New York Bob Brenly and Joe Torre rewarded their own, each taking six players from their teams to the All-Star game.
Brenly picked six of the World Series champion Arizona Diamondbacks to come with him to Milwaukee for the All-Star game July 9. Three members of the AL champion New York Yankees were voted onto the team and Torre selected three more as reserves.
Torre was criticized last season for selecting seven Yankees. This year, first baseman Jason Giambi, catcher Jorge Posada and second baseman Alfonso Soriano were voted on by the fans, and Torre picked closer Mariano Rivera, shortstop Derek Jeter and third baseman Robin Ventura.
"My players are qualified to go to the All-Star game, not just because I pick them," said Torre, managing the game for the fifth time.
Brenly, a first-time All-Star manager, took starting pitchers Curt Schilling and Randy Johnson, outfielder Luis Gonzalez and three first-timers: closer Byung-Hyun Kim, second baseman Junior Spivey and catcher Damian Miller.
Some of Brenly's players thought infielder Craig Counsell should have gone, too.
Boston was the only other team with more than three All-Stars. Outfielder Manny Ramirez and third baseman Shea Hillenbrand were voted on, and pitchers Pedro Martinez and Derek Lowe, and shortstop Nomar Garciaparra are reserves.
The other AL starters are Texas shortstop Alex Rodriguez and outfielders Ichiro Suzuki of Seattle and Torii Hunter of Minnesota.
The NL starters are New York catcher Mike Piazza; Colorado first baseman Todd Helton; Montreal second baseman Jose Vidro and outfielder Vladimir Guerrero; shortstop Jimmy Rollins and third baseman Scott Rolen of Philadelphia; and outfielders Barry Bonds of San Francisco and Sammy Sosa of Chicago.
Suzuki was the top vote-getter with 2,516,016 votes. Sosa led the NL with 2,140,315.
There are 25 first-time selections, including four who got voted on by fans: Hillenbrand, Soriano, Hunter and Rolen.
Two notable absences are Mets second baseman Roberto Alomar, who had made the team 12 straight years, and Rangers catcher Ivan Rodriguez, who made it 10 consecutive times.
Alomar, hitting just .260, was passed in the voting in the final week by Vidro.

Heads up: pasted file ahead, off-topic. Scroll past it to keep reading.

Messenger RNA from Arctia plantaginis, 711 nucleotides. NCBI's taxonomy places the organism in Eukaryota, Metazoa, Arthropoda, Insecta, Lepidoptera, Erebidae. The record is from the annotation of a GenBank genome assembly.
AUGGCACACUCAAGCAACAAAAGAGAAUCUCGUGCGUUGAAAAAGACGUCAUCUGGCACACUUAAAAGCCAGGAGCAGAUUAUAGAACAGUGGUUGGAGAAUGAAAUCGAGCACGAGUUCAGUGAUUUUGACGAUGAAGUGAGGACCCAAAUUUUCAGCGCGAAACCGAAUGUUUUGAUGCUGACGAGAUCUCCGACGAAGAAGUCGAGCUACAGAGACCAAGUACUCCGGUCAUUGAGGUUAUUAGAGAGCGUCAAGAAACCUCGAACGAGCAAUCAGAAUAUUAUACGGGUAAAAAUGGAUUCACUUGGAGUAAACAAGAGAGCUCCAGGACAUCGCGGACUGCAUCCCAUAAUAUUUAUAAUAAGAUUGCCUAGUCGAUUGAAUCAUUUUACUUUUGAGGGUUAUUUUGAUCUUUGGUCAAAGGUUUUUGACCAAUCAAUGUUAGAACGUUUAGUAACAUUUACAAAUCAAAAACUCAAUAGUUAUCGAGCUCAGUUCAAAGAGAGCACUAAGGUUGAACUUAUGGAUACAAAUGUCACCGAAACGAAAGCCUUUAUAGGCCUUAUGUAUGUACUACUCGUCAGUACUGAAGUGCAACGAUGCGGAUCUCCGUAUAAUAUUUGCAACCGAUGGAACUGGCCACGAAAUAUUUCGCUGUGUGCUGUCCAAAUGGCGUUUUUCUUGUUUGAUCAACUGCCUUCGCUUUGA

"I think Vidro deserved to be the No. 1 guy," Alomar said.
Rodriguez missed nearly two months with an injured back and finished fewer than 19,000 votes behind Posada. Rodriguez started the last nine All-Star games, tying Johnny Bench's record for catchers.
Torre dodged a difficult decision of which of the many talented AL shortstops to take by bringing five to Milwaukee. Backing up Rodriguez will be Jeter, Garciaparra, Cleveland's Omar Vizquel and Oakland's Miguel Tejada.
One of those players might be forced to play second base, because Soriano has no backup.
The Yanks became the second AL team to have All-Stars at all five infield positions, joining the 1954 White Sox.
Brenly took five closers: Kim, Atlanta's John Smoltz, San Diego's Trevor Hoffman, and first-timers Mike Williams of Pittsburgh and Eric Gagne of Los Angeles.
Despite having the worst record in the NL, the Brewers will have two All-Stars for the hometown fans to cheer Milwaukee infielders Richie Sexson and Jose Hernandez.
There is still one spot open on each team to be determined by fan voting on the Internet in the next two days at MLB.com and ESPN.com. Each manager picked five players for fans to choose from.
Cleveland's Jim Thome, Oakland's Eric Chavez, Boston's Johnny Damon, Anaheim's Darin Erstad and Chicago's Magglio Ordonez are in the running for the AL spot.
St. Louis' Albert Pujols, San Diego's Ryan Klesko, Colorado's Larry Walker, Pittsburgh's Brian Giles and Atlanta's Andruw Jones are in the running for the NL spot.